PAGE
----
By Jess Decina
The actions and influences of women, from the fictional to the famous, will be discussed at the annual Gender Studies Colloquium, taking place next Thursday.
The all-day affair, with lectures such as “Repression, Submission, and Power Plays: Class and Gender in Film and Literature” and “Media, Literature and Feminist Identity,” appears to have an audience limited strictly to women and Gender Studies students. But Dr. Kelly Noonan, director of the program, believes otherwise.
“It’s much more open than that,” she said. “The main goal is to have students have a chance to present things that they’ve worked on throughout the year or the semester.”
Although the colloquium has been successful in past years, there’s one big difference in this year’s program. The event will also reveal the new name of the Gender Studies program: the Gender Studies and Sexuality Program, or GASSP, Noonan said.
“It’s really more to encompass everything that this program is supposed to be about to reflect what we are already teaching,” she said. “The courses have changed over the years. I hope it can raise awareness for the program in and of itself.”
Noonan hopes to see a turnout from non-Gender Studies students, as she describes the colloquium as a “great chance to see what other students are doing in terms of scholarship.”
Kimberly Van Heygen, a December 2007 graduate, agrees. Van Heygen is presenting her research on women in Russia during World War I, and to her, the colloquium isn’t about the power of women, but the power of an individual.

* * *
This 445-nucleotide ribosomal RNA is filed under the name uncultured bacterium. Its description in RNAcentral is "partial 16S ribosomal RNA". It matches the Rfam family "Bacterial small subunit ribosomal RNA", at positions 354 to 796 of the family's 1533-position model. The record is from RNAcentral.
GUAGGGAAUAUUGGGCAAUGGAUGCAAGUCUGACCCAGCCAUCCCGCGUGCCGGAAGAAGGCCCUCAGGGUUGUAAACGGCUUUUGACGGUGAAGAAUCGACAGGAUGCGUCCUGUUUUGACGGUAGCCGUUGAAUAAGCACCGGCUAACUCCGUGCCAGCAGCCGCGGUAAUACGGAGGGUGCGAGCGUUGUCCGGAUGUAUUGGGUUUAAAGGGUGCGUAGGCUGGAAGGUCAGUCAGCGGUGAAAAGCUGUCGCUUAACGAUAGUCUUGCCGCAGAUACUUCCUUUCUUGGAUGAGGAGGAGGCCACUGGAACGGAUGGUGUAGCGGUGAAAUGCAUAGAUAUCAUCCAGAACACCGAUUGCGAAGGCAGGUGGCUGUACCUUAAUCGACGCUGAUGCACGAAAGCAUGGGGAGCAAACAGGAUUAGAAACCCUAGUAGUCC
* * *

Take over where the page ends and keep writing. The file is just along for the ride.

“I focused on three women, Maria Botchkareva, Berta Lask and Anna Akhmatova, and the role their actions and writings had in transforming the traditional views of women,” she said. “Their views on the war helped shape and create new gender roles for women. I hope that people will gain a new understanding of the power that an individual can have on re-shaping ideas that were ingrained in the mind of a society for centuries.”
Junior Robert Crawley’s approach to the colloquium is a little less historical and much more focused on literature, he said. His presentation, entitled, “Class Overruled: How Gender Expectations Undermine Class Differences in Pygmalion and Mrs. Dalloway,” studies how two female literary characters face challenges because of both their gender and their social status.
“The fact that both these characters are female is, as I have determined, a much more limiting factor than social class,” he said. “What I discovered was that both of these women live in a patriarchal society, and being women limited what they were allowed to do much more than their respective social classes.”
Crawley pointed out that in both works, even a woman of high social stature was not expected to do more than exercise proper social etiquette.
“[They were] expected to be capable of little more than hosting social events and speaking in ways that were predetermined by the men of their societies,” he said.
With the series less than a week away, Van Heygen is excited to share something she’s been so passionate about with an audience.
“I hope that that colloquium would allow students to learn about the ever-changing gender roles, both historical and present-day,” she said.
The Gender Studies Colloquium will take place next Thursday, April 3, from 9:15 a.m. to 5 p.m. in Sweigart 115. The event is free and open to the public.